With the spring football season quickly approaching, coaches and players look to get in early work before the start of the regular season in August.
Friends. Floridians. Sports fans — I come bearing good news:
Football season is back … sort of.
As I sit on my throne — aka my large, cushiony chair — watching the Alabama A-Day game, I soak in the spring football goodness that the sports gods have bestowed upon me.
Sure, regular-season football doesn’t start for another four excruciatingly long months, but at this point in the year, I’ll take whatever I can get.
Now don’t get me wrong, I love all sports with a passion — my TV has been showing MLB all afternoon — but there’s something about football that just does it for this good ol’ Southern boy. And I’m not alone.
Those in the local high-school football scene have been waiting for this moment since the postseason ended: It’s finally time for spring football.
“We are all kind of excited that football season is back, man,” said Olympia head coach Travis Gabriel. “You know we are a week away from the official start day of spring practice. I know a lot of my kids are excited — they’re ready to get back — and coaches are excited and ready to get things rolling.”
Olympia will get in its one spring game against Orange City University at 7 p.m. Thursday, May 17, but it’s really those practices beforehand Gabriel is anticipating the most.
The game itself is just kind of the icing on the cake — so to speak — for the players. It’s a reward, and a break, from hitting one another and offers a real-game experience.
But those practices — that’s where the real work gets done, Brown said. It’s the place where coaches get to see if a player has the drive to take it to the next level.
“We are all kind of excited that football season is back, man. You know we are a week away from the official start day of spring practice. I know a lot of my kids are excited — they’re ready to get back — and coaches are excited and ready to get things rolling.”
— Olympia head coach Travis Gabriel
“The practices are always what it’s about, that’s why colleges come during the spring, they just come during the practice,” Gabriel said.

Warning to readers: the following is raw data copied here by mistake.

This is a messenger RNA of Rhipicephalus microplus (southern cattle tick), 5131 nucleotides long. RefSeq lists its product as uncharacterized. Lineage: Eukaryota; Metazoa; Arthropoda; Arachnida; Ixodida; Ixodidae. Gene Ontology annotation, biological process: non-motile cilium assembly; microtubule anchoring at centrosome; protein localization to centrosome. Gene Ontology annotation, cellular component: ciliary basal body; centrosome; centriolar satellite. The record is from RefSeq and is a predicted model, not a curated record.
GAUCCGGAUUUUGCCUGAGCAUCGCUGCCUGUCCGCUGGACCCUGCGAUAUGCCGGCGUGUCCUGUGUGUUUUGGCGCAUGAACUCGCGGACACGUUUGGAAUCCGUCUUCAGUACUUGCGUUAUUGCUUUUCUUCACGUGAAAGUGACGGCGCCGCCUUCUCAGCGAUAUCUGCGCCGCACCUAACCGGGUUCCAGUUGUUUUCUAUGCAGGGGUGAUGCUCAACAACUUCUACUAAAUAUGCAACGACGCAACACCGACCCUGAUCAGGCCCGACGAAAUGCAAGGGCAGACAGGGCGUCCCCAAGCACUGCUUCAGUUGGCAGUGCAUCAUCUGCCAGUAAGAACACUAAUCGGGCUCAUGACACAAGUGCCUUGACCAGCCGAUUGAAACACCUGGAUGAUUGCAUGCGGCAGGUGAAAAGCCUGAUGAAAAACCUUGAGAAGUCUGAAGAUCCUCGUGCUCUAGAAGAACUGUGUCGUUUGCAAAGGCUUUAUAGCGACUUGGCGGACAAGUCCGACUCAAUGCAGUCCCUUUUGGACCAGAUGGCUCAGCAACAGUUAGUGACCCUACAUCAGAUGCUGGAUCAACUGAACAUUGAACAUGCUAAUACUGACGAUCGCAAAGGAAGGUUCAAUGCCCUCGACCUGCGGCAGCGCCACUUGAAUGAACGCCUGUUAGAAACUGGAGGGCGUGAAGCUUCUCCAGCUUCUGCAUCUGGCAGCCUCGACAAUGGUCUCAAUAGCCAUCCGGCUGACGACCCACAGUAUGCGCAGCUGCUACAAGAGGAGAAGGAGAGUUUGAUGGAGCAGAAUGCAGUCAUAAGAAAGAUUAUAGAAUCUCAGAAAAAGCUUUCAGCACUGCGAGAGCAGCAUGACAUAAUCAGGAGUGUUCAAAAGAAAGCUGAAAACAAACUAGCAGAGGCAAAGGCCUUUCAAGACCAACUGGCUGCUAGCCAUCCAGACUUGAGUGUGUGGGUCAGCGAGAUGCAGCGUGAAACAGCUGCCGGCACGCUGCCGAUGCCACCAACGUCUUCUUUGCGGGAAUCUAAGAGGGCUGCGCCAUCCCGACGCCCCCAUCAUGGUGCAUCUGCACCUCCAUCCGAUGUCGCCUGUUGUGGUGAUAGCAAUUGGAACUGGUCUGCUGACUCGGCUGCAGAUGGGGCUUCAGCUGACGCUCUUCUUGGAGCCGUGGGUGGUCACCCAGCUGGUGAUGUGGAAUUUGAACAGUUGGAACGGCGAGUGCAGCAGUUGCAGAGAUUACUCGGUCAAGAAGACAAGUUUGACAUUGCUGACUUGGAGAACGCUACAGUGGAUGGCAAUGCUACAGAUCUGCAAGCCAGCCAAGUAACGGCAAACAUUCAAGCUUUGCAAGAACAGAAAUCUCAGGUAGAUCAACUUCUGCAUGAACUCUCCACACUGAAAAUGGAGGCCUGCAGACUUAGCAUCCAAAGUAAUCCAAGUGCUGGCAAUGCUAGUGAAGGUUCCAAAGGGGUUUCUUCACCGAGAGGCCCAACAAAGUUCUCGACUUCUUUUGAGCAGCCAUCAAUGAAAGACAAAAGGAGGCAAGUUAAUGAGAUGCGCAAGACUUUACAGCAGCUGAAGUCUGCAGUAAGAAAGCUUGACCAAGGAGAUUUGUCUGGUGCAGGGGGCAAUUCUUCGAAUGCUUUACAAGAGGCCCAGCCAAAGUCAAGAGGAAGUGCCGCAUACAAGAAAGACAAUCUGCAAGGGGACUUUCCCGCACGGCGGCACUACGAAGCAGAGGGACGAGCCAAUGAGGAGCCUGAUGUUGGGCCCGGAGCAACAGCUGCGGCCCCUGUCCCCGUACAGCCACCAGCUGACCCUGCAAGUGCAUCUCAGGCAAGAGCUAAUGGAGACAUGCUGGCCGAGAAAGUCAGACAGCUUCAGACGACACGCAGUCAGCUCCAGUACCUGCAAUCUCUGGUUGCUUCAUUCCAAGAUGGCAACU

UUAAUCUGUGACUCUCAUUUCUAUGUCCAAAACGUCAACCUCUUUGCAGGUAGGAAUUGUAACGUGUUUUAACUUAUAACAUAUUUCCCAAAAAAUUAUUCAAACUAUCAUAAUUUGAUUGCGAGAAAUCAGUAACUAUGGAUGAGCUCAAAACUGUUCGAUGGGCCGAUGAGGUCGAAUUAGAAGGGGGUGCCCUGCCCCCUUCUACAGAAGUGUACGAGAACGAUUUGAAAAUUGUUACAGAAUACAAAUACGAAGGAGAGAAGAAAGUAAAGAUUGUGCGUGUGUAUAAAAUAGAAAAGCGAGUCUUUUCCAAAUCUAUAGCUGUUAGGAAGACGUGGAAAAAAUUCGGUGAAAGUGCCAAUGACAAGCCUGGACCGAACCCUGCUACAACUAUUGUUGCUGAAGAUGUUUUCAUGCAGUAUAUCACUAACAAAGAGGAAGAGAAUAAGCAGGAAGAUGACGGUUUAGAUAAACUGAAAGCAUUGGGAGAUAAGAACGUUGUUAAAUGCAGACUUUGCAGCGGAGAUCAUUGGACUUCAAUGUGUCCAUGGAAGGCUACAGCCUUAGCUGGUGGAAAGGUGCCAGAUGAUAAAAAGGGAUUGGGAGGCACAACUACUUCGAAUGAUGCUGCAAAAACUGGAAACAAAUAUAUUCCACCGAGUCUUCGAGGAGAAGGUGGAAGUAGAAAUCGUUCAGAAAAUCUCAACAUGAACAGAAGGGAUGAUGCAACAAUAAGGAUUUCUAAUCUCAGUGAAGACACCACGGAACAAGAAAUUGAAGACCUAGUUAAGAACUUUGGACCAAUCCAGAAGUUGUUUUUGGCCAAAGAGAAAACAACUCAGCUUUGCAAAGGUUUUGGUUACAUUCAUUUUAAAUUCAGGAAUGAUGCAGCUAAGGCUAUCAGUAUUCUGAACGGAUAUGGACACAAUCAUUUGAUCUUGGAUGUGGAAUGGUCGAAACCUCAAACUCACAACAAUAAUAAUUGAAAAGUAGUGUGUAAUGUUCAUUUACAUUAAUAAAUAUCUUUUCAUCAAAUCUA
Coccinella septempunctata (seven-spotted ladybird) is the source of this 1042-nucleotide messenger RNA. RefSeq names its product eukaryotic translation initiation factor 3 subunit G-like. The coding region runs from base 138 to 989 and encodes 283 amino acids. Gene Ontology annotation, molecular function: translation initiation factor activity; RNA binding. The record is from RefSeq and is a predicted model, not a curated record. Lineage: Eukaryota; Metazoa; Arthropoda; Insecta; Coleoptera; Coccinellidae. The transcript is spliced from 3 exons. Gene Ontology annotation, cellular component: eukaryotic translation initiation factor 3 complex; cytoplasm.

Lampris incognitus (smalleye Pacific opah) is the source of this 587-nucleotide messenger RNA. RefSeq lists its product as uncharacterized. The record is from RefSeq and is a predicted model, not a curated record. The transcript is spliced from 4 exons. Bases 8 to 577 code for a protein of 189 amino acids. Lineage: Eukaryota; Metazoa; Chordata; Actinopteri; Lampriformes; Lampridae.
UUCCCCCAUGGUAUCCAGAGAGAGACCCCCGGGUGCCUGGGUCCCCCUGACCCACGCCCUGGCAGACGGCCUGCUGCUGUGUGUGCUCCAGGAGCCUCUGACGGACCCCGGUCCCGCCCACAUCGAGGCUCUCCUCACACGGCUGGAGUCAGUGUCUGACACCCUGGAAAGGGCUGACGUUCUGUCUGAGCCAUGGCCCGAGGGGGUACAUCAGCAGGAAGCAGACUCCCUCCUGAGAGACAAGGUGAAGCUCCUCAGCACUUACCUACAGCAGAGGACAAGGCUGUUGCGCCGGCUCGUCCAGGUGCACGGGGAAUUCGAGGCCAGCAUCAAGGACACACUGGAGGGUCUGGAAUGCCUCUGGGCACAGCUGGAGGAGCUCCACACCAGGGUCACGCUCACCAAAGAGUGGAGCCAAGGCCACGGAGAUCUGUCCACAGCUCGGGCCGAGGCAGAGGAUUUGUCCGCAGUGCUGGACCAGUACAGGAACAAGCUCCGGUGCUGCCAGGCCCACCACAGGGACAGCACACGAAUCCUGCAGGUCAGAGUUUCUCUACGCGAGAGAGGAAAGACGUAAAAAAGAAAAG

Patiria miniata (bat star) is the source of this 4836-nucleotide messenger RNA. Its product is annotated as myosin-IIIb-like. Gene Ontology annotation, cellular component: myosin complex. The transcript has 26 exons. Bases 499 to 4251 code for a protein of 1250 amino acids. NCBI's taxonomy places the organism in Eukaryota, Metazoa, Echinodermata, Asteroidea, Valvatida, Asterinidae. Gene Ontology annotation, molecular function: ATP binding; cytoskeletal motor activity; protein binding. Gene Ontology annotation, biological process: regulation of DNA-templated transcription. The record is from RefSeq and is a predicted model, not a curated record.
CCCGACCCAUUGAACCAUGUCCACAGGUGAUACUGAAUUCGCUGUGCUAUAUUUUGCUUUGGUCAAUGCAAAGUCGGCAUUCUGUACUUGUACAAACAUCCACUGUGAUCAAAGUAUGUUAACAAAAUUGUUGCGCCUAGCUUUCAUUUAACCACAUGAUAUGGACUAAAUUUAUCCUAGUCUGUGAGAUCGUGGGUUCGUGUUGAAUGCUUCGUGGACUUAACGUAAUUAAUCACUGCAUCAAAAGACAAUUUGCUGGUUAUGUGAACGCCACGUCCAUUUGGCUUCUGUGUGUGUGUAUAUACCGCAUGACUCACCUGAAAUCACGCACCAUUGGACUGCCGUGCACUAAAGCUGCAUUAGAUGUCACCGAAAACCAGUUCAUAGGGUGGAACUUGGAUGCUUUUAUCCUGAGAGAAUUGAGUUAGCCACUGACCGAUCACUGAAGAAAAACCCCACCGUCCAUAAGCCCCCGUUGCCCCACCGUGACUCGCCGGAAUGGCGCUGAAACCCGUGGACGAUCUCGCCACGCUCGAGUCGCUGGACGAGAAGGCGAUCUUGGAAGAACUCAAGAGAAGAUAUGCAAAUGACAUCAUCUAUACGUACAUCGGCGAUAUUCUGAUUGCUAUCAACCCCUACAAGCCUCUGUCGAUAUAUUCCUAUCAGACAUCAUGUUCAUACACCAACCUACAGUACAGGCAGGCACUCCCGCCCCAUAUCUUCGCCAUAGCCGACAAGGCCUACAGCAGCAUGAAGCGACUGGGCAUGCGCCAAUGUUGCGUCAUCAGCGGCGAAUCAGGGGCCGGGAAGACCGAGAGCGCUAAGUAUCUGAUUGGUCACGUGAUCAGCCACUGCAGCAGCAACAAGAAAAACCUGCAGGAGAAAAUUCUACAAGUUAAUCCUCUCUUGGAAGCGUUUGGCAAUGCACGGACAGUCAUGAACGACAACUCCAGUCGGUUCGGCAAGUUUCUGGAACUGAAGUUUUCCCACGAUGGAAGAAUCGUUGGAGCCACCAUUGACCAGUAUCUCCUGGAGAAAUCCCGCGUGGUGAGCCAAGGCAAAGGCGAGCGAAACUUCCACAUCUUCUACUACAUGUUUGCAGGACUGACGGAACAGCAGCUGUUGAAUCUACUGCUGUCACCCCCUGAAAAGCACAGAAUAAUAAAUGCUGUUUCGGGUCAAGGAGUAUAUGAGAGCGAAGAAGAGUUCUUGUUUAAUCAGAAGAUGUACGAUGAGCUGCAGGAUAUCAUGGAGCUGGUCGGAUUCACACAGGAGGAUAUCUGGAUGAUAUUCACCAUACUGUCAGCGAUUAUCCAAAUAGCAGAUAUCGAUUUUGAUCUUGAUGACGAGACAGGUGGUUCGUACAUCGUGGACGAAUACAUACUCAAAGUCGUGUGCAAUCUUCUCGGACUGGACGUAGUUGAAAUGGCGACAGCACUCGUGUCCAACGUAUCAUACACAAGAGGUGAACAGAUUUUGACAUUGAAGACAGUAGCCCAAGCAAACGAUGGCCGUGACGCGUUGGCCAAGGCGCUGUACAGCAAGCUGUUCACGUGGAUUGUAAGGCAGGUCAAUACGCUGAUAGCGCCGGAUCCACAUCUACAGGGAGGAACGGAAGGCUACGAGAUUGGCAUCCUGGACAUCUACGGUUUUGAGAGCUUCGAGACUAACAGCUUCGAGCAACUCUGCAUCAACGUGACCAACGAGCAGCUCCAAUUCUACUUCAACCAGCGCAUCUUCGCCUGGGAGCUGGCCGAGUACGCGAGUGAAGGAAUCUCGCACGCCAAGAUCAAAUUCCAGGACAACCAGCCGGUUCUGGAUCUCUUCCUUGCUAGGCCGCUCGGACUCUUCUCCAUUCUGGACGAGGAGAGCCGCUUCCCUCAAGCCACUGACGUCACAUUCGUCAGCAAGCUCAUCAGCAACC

That mindset is shared by coaches throughout the area, including those at Windermere Prep.
Although the Lakers have had their own spring games over the last few years, this year, head coach Jacob Doss decided to not play in a game. Instead, his focus is solely on the practices.
“Every year, we focus too much on the game as opposed to practicing — which is what spring is designed for,” Doss said. “I’m excited to just kind of practice every single day, worry about us and not have to game plan for a spring game. … We’re (only) worried about us in the spring.”
Both Doss and Gabriel are looking forward to the spring season. It’s during this time when the new guys are taught proper techniques, while the older guys put in more work to perfect those same fundamentals.
“We think we’ll get more out of practice — we’ll teach our practice, we are going to teach our system,” Doss said. “And we had a really elite class that just graduated, so we have a lot of young guys stepping into roles. A lot of guys played significant minutes last year, but we are going to redo some things. We had a very mobile quarterback last year, and the kind of kids who are competing for the job right now are a little bit more pocket passers.”
Earlier, I mentioned a lot of the coaches said the spring game was mostly for the players, but there is an aspect tailor-made for coaches, too. There’s nothing that can prepare an athlete more than playing against another team in a real-game scenario. It also will allow coaches such as Gabriel — who has eight new coaches — a chance to also see how the staff fits into the puzzle.
Will the outcome actually count? Nope, not at all. But will it allow a coach to see how a team and his players can compete? Absolutely.
“For those who have not ever played a varsity game up to this point, (spring football helps get) them used to the preparation of the spring game,” Gabriel said. “(It’s) getting used to practicing for several weeks and fine-tuning their abilities and getting better. I probably speak for every team in that we all want the same — we want our kids to be better when we are done with spring than what they were when they started.”
For those who — like me — are now a tad bit more impatient for the start of football after reading this, hold steady and take a deep breath: We’re almost there.